Reformed veteran L.A. punk the Divine Horsemen are back with a new single, “Mystery Writers,” and an album due out later in the year. We chatted with Chris Desjardins and Julie Christensen about all that and more…
L.A. WEEKLY: This being your first new material since ’88, we have to wonder why now? What encouraged the reunion?
CHRIS DESJARDINS: I’ll let Julie go into more detail. But she and I had started talking about it in 2014. ‘Life’ stuff kept getting in the way, including our longtime friend and bassist, Robyn Jameson’s death in the summer of 2018.
JULIE CHRISTENSEN: A Tarot Reader told me when I first moved to Nashville that “my old band would be getting back together.” I chuckled and said, “Well that’s not gonna happen!” The next year, when one of my guitarist friends heard some Divine Horsemen music, he encouraged me to tap my rock & roll roots. I missed rockin’, so for my next gig in midsummer 2014, we put together a pretty bitchin’ band, made a record, and toured once in the midwest. It wasn’t a business model I could sustain. So after putting out that record in early 2016 and touring, I pared down to a smaller more acoustic unit. During that time I had told Chris about my Stone Cupid band, and that I’d been doing 2 of the old songs and enjoying that rush of playing rock again. Chris had toured with the Minute To Pray lineup of The Flesh Eaters a couple times in the meantime, too. It had taken awhile after Divine Horsemen broke up in 1988 for us to become friendly again. But at this point, we’d been in fairly good touch, and I sang on some of Chris’ other Flesh Eaters projects, like Miss Muerte and a couple of live shows. It wasn’t until summer of 2018 that we got a wild hair to tour with some of the old songs. We had a booker friend in Austin who was getting some bites, when tragedy hit, and we lost Robyn Jameson, who’d been really excited about the project. Peter, Chris, and I vowed to make another record after that, because we were excited, too. When Chris decided to record that epic lineup of The Flesh Eaters, and tour, I was invited along for some of it. There’s been some interest lately in the L.A. bands from our era: (X, Dream Syndicate, Alice Bag…) And we have a great chemistry, the 3 of us. Always have. The addition of Peter’s pal Bobby Permanent, and DJ saying yes to this, was icing on the cake. I’m real proud of this music.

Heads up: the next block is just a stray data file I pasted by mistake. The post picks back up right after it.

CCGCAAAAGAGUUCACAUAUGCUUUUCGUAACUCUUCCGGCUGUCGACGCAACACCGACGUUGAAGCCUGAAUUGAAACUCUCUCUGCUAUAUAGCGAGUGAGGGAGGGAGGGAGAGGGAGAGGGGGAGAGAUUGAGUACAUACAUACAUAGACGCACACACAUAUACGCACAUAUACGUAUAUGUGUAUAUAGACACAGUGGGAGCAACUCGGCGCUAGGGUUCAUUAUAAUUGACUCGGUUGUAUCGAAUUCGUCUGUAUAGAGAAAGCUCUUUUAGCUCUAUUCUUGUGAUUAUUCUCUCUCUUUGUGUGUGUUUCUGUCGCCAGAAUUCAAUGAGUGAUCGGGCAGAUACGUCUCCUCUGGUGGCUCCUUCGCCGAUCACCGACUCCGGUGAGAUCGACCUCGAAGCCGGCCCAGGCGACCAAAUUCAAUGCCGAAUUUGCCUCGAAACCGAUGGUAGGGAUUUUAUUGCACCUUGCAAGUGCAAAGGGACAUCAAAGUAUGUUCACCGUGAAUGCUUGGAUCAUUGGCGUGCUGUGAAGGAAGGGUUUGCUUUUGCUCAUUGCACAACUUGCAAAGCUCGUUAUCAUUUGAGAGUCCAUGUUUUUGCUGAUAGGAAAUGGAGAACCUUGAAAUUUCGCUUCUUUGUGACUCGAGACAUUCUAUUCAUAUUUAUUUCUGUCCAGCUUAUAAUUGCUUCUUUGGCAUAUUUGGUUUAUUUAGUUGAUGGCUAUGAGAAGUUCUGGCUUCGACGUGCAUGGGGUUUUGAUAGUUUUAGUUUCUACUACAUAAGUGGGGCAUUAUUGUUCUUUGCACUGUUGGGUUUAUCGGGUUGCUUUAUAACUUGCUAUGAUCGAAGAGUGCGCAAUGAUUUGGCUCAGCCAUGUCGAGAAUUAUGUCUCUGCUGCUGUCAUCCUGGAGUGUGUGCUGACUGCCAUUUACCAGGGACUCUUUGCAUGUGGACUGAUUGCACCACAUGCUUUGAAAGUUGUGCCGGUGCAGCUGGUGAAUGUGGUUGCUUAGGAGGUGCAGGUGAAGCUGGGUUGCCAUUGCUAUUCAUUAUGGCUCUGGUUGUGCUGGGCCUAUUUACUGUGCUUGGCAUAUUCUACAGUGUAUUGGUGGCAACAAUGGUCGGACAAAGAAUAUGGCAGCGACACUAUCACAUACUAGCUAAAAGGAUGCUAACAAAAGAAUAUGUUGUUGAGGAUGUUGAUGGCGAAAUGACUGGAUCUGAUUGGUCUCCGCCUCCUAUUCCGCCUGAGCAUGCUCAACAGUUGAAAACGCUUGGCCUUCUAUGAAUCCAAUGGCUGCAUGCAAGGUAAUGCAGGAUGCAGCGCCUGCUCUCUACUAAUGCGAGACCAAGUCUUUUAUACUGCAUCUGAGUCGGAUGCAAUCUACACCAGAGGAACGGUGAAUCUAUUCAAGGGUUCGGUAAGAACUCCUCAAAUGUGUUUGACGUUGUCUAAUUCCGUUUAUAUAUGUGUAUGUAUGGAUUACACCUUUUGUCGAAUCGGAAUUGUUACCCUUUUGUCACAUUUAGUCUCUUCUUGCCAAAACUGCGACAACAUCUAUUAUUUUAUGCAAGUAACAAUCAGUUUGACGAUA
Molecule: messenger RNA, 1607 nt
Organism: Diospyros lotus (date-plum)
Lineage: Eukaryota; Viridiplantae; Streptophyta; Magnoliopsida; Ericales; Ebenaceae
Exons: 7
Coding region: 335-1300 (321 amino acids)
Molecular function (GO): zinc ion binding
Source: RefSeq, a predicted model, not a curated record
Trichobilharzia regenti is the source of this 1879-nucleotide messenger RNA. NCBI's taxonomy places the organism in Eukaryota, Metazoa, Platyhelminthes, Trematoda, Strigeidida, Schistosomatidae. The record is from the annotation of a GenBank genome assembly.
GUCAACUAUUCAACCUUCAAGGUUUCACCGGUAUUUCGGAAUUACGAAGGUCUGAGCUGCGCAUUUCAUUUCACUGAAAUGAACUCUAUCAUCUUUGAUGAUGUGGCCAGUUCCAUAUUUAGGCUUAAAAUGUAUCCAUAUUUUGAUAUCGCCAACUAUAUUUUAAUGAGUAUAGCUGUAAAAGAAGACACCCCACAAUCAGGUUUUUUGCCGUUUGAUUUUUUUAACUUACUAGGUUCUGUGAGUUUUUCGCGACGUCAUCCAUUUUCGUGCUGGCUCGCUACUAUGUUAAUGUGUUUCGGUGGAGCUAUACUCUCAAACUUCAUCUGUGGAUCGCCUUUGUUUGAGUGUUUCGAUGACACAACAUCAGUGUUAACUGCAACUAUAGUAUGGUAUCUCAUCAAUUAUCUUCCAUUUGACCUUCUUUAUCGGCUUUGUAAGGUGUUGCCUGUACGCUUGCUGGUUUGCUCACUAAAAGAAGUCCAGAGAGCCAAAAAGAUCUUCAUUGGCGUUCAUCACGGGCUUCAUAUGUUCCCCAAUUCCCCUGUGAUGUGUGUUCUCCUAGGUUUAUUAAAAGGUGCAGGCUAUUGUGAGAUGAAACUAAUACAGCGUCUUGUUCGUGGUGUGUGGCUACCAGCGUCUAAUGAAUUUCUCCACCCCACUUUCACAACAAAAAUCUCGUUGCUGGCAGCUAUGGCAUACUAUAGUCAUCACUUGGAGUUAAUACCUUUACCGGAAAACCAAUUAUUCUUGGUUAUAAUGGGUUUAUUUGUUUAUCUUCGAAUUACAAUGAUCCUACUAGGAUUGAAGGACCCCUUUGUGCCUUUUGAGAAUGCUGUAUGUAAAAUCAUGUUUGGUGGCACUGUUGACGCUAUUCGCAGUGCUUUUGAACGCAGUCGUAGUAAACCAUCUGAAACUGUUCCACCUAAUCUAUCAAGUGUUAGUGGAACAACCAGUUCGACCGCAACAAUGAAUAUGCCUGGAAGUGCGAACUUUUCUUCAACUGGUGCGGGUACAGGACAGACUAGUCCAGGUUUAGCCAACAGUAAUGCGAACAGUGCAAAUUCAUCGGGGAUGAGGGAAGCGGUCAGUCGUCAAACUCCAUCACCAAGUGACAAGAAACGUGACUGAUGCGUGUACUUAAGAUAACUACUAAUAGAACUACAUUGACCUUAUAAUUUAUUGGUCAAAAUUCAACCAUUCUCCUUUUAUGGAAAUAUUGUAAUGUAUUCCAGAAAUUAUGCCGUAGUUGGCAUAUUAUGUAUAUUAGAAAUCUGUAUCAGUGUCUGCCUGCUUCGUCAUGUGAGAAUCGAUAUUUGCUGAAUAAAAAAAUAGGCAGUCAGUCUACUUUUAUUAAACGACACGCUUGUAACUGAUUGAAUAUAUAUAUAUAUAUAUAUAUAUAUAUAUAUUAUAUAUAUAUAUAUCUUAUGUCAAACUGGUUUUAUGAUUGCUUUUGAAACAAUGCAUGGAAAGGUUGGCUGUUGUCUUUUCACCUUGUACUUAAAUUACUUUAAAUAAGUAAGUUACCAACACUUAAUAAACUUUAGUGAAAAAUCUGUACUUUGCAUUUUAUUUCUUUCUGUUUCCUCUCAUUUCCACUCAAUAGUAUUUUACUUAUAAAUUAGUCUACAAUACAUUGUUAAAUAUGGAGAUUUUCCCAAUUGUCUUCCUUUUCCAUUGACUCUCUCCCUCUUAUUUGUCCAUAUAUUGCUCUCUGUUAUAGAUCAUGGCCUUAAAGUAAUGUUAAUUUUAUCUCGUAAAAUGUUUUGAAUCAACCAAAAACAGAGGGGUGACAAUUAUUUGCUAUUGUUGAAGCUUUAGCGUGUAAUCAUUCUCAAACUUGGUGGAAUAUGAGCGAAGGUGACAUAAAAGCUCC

What do you think defines the Divine Horsemen sound?